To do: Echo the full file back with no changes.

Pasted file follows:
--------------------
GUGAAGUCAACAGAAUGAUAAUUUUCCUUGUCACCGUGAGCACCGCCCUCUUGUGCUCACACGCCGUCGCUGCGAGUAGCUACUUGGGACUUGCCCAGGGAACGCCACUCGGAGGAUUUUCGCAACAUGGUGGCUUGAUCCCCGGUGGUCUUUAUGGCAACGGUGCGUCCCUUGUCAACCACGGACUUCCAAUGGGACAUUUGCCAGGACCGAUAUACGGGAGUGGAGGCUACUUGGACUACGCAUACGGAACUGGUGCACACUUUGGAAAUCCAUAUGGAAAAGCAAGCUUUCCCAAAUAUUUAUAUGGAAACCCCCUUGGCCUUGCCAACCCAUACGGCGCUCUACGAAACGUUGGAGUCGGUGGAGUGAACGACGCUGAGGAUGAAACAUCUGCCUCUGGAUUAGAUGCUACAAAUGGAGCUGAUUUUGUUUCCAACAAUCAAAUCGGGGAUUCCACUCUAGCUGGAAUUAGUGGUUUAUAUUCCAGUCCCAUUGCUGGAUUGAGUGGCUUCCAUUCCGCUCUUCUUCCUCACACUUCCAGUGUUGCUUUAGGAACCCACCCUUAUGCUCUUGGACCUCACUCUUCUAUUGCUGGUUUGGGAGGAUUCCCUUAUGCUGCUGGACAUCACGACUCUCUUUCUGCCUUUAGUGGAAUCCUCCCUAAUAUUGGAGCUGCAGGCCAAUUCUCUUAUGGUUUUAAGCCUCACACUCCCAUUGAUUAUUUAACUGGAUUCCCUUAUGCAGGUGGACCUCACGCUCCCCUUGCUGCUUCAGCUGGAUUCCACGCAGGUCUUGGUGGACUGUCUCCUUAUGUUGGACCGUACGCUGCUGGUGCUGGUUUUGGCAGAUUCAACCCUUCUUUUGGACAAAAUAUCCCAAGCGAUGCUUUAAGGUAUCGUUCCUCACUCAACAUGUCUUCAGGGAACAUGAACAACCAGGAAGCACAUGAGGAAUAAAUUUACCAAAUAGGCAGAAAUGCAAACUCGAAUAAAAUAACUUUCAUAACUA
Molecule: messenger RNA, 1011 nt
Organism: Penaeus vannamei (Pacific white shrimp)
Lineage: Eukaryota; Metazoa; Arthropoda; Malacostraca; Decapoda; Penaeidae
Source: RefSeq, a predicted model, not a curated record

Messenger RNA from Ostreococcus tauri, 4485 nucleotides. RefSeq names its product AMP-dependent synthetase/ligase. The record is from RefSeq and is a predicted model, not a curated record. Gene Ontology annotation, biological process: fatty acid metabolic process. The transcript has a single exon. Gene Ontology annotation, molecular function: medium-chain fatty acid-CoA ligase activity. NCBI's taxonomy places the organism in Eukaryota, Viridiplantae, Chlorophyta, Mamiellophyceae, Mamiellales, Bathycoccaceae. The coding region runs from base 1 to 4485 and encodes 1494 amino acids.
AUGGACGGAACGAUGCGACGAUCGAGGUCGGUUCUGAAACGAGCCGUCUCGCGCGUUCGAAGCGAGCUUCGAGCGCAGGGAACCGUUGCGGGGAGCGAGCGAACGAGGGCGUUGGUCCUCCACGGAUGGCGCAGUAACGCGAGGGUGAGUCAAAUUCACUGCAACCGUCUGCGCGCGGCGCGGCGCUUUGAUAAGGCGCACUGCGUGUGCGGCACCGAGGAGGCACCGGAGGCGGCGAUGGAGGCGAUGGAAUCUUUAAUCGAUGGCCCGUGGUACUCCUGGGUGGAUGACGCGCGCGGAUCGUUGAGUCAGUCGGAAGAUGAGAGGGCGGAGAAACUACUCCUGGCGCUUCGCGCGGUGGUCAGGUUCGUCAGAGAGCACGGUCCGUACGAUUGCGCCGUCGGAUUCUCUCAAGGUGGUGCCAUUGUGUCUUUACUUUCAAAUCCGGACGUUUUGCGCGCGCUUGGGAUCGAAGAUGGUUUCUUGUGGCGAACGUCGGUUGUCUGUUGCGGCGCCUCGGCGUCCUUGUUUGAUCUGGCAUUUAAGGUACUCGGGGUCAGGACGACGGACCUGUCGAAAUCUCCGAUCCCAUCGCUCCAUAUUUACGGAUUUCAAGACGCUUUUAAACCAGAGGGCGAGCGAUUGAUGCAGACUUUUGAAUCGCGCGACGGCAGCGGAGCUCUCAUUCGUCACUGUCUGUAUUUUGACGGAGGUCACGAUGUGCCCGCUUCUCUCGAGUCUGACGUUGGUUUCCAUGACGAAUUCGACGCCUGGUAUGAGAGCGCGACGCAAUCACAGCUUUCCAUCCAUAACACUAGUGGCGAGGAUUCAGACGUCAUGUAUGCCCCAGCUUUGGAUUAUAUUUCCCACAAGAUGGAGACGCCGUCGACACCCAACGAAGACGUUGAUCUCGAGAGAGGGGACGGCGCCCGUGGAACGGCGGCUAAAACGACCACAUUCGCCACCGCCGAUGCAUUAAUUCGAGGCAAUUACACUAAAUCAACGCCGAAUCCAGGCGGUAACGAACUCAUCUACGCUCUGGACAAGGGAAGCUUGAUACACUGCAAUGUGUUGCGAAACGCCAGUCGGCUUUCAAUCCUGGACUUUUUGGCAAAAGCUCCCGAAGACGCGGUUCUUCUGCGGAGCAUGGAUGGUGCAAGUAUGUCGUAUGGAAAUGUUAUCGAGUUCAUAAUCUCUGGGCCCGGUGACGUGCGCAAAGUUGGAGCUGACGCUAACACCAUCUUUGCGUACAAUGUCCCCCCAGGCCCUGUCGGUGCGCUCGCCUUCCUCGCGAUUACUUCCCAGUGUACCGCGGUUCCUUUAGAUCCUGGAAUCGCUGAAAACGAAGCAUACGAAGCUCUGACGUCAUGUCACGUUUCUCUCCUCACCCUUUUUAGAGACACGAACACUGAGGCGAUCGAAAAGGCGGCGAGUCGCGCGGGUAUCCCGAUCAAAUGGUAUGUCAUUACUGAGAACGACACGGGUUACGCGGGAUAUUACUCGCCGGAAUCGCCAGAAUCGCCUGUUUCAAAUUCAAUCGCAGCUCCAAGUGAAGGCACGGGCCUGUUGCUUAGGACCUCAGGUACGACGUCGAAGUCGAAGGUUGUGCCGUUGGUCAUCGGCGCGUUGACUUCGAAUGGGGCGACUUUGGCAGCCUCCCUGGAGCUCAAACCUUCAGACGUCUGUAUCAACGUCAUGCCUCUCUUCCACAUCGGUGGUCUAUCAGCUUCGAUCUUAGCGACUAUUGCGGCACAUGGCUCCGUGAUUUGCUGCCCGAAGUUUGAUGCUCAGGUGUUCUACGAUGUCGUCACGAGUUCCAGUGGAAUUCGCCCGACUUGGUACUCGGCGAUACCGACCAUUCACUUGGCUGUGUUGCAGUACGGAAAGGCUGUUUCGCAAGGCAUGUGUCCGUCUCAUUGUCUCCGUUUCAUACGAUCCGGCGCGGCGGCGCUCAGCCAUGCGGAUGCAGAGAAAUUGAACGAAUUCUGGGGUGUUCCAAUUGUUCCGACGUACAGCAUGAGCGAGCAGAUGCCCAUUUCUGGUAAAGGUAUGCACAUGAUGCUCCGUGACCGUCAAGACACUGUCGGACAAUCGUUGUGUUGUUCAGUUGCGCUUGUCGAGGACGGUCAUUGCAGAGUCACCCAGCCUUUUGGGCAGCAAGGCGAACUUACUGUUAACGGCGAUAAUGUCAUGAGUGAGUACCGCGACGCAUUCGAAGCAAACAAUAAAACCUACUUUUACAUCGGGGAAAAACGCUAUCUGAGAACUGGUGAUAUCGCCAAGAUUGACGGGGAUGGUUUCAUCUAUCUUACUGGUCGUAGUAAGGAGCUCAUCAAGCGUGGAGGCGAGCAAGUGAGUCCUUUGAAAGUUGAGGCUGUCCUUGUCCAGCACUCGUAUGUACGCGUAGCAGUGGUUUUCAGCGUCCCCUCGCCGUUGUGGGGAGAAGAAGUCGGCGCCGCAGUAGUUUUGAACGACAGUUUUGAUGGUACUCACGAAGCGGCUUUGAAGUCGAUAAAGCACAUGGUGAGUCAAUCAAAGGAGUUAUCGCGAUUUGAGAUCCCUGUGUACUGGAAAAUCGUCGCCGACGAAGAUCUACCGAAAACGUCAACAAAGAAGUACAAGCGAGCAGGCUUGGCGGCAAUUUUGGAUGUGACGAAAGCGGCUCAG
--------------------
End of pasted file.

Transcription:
GUGAAGUCAACAGAAUGAUAAUUUUCCUUGUCACCGUGAGCACCGCCCUCUUGUGCUCACACGCCGUCGCUGCGAGUAGCUACUUGGGACUUGCCCAGGGAACGCCACUCGGAGGAUUUUCGCAACAUGGUGGCUUGAUCCCCGGUGGUCUUUAUGGCAACGGUGCGUCCCUUGUCAACCACGGACUUCCAAUGGGACAUUUGCCAGGACCGAUAUACGGGAGUGGAGGCUACUUGGACUACGCAUACGGAACUGGUGCACACUUUGGAAAUCCAUAUGGAAAAGCAAGCUUUCCCAAAUAUUUAUAUGGAAACCCCCUUGGCCUUGCCAACCCAUACGGCGCUCUACGAAACGUUGGAGUCGGUGGAGUGAACGACGCUGAGGAUGAAACAUCUGCCUCUGGAUUAGAUGCUACAAAUGGAGCUGAUUUUGUUUCCAACAAUCAAAUCGGGGAUUCCACUCUAGCUGGAAUUAGUGGUUUAUAUUCCAGUCCCAUUGCUGGAUUGAGUGGCUUCCAUUCCGCUCUUCUUCCUCACACUUCCAGUGUUGCUUUAGGAACCCACCCUUAUGCUCUUGGACCUCACUCUUCUAUUGCUGGUUUGGGAGGAUUCCCUUAUGCUGCUGGACAUCACGACUCUCUUUCUGCCUUUAGUGGAAUCCUCCCUAAUAUUGGAGCUGCAGGCCAAUUCUCUUAUGGUUUUAAGCCUCACACUCCCAUUGAUUAUUUAACUGGAUUCCCUUAUGCAGGUGGACCUCACGCUCCCCUUGCUGCUUCAGCUGGAUUCCACGCAGGUCUUGGUGGACUGUCUCCUUAUGUUGGACCGUACGCUGCUGGUGCUGGUUUUGGCAGAUUCAACCCUUCUUUUGGACAAAAUAUCCCAAGCGAUGCUUUAAGGUAUCGUUCCUCACUCAACAUGUCUUCAGGGAACAUGAACAACCAGGAAGCACAUGAGGAAUAAAUUUACCAAAUAGGCAGAAAUGCAAACUCGAAUAAAAUAACUUUCAUAACUA
Molecule: messenger RNA, 1011 nt
Organism: Penaeus vannamei (Pacific white shrimp)
Lineage: Eukaryota; Metazoa; Arthropoda; Malacostraca; Decapoda; Penaeidae
Source: RefSeq, a predicted model, not a curated record

Messenger RNA from Ostreococcus tauri, 4485 nucleotides. RefSeq names its product AMP-dependent synthetase/ligase. The record is from RefSeq and is a predicted model, not a curated record. Gene Ontology annotation, biological process: fatty acid metabolic process. The transcript has a single exon. Gene Ontology annotation, molecular function: medium-chain fatty acid-CoA ligase activity. NCBI's taxonomy places the organism in Eukaryota, Viridiplantae, Chlorophyta, Mamiellophyceae, Mamiellales, Bathycoccaceae. The coding region runs from base 1 to 4485 and encodes 1494 amino acids.
AUGGACGGAACGAUGCGACGAUCGAGGUCGGUUCUGAAACGAGCCGUCUCGCGCGUUCGAAGCGAGCUUCGAGCGCAGGGAACCGUUGCGGGGAGCGAGCGAACGAGGGCGUUGGUCCUCCACGGAUGGCGCAGUAACGCGAGGGUGAGUCAAAUUCACUGCAACCGUCUGCGCGCGGCGCGGCGCUUUGAUAAGGCGCACUGCGUGUGCGGCACCGAGGAGGCACCGGAGGCGGCGAUGGAGGCGAUGGAAUCUUUAAUCGAUGGCCCGUGGUACUCCUGGGUGGAUGACGCGCGCGGAUCGUUGAGUCAGUCGGAAGAUGAGAGGGCGGAGAAACUACUCCUGGCGCUUCGCGCGGUGGUCAGGUUCGUCAGAGAGCACGGUCCGUACGAUUGCGCCGUCGGAUUCUCUCAAGGUGGUGCCAUUGUGUCUUUACUUUCAAAUCCGGACGUUUUGCGCGCGCUUGGGAUCGAAGAUGGUUUCUUGUGGCGAACGUCGGUUGUCUGUUGCGGCGCCUCGGCGUCCUUGUUUGAUCUGGCAUUUAAGGUACUCGGGGUCAGGACGACGGACCUGUCGAAAUCUCCGAUCCCAUCGCUCCAUAUUUACGGAUUUCAAGACGCUUUUAAACCAGAGGGCGAGCGAUUGAUGCAGACUUUUGAAUCGCGCGACGGCAGCGGAGCUCUCAUUCGUCACUGUCUGUAUUUUGACGGAGGUCACGAUGUGCCCGCUUCUCUCGAGUCUGACGUUGGUUUCCAUGACGAAUUCGACGCCUGGUAUGAGAGCGCGACGCAAUCACAGCUUUCCAUCCAUAACACUAGUGGCGAGGAUUCAGACGUCAUGUAUGCCCCAGCUUUGGAUUAUAUUUCCCACAAGAUGGAGACGCCGUCGACACCCAACGAAGACGUUGAUCUCGAGAGAGGGGACGGCGCCCGUGGAACGGCGGCUAAAACGACCACAUUCGCCACCGCCGAUGCAUUAAUUCGAGGCAAUUACACUAAAUCAACGCCGAAUCCAGGCGGUAACGAACUCAUCUACGCUCUGGACAAGGGAAGCUUGAUACACUGCAAUGUGUUGCGAAACGCCAGUCGGCUUUCAAUCCUGGACUUUUUGGCAAAAGCUCCCGAAGACGCGGUUCUUCUGCGGAGCAUGGAUGGUGCAAGUAUGUCGUAUGGAAAUGUUAUCGAGUUCAUAAUCUCUGGGCCCGGUGACGUGCGCAAAGUUGGAGCUGACGCUAACACCAUCUUUGCGUACAAUGUCCCCCCAGGCCCUGUCGGUGCGCUCGCCUUCCUCGCGAUUACUUCCCAGUGUACCGCGGUUCCUUUAGAUCCUGGAAUCGCUGAAAACGAAGCAUACGAAGCUCUGACGUCAUGUCACGUUUCUCUCCUCACCCUUUUUAGAGACACGAACACUGAGGCGAUCGAAAAGGCGGCGAGUCGCGCGGGUAUCCCGAUCAAAUGGUAUGUCAUUACUGAGAACGACACGGGUUACGCGGGAUAUUACUCGCCGGAAUCGCCAGAAUCGCCUGUUUCAAAUUCAAUCGCAGCUCCAAGUGAAGGCACGGGCCUGUUGCUUAGGACCUCAGGUACGACGUCGAAGUCGAAGGUUGUGCCGUUGGUCAUCGGCGCGUUGACUUCGAAUGGGGCGACUUUGGCAGCCUCCCUGGAGCUCAAACCUUCAGACGUCUGUAUCAACGUCAUGCCUCUCUUCCACAUCGGUGGUCUAUCAGCUUCGAUCUUAGCGACUAUUGCGGCACAUGGCUCCGUGAUUUGCUGCCCGAAGUUUGAUGCUCAGGUGUUCUACGAUGUCGUCACGAGUUCCAGUGGAAUUCGCCCGACUUGGUACUCGGCGAUACCGACCAUUCACUUGGCUGUGUUGCAGUACGGAAAGGCUGUUUCGCAAGGCAUGUGUCCGUCUCAUUGUCUCCGUUUCAUACGAUCCGGCGCGGCGGCGCUCAGCCAUGCGGAUGCAGAGAAAUUGAACGAAUUCUGGGGUGUUCCAAUUGUUCCGACGUACAGCAUGAGCGAGCAGAUGCCCAUUUCUGGUAAAGGUAUGCACAUGAUGCUCCGUGACCGUCAAGACACUGUCGGACAAUCGUUGUGUUGUUCAGUUGCGCUUGUCGAGGACGGUCAUUGCAGAGUCACCCAGCCUUUUGGGCAGCAAGGCGAACUUACUGUUAACGGCGAUAAUGUCAUGAGUGAGUACCGCGACGCAUUCGAAGCAAACAAUAAAACCUACUUUUACAUCGGGGAAAAACGCUAUCUGAGAACUGGUGAUAUCGCCAAGAUUGACGGGGAUGGUUUCAUCUAUCUUACUGGUCGUAGUAAGGAGCUCAUCAAGCGUGGAGGCGAGCAAGUGAGUCCUUUGAAAGUUGAGGCUGUCCUUGUCCAGCACUCGUAUGUACGCGUAGCAGUGGUUUUCAGCGUCCCCUCGCCGUUGUGGGGAGAAGAAGUCGGCGCCGCAGUAGUUUUGAACGACAGUUUUGAUGGUACUCACGAAGCGGCUUUGAAGUCGAUAAAGCACAUGGUGAGUCAAUCAAAGGAGUUAUCGCGAUUUGAGAUCCCUGUGUACUGGAAAAUCGUCGCCGACGAAGAUCUACCGAAAACGUCAACAAAGAAGUACAAGCGAGCAGGCUUGGCGGCAAUUUUGGAUGUGACGAAAGCGGCUCAG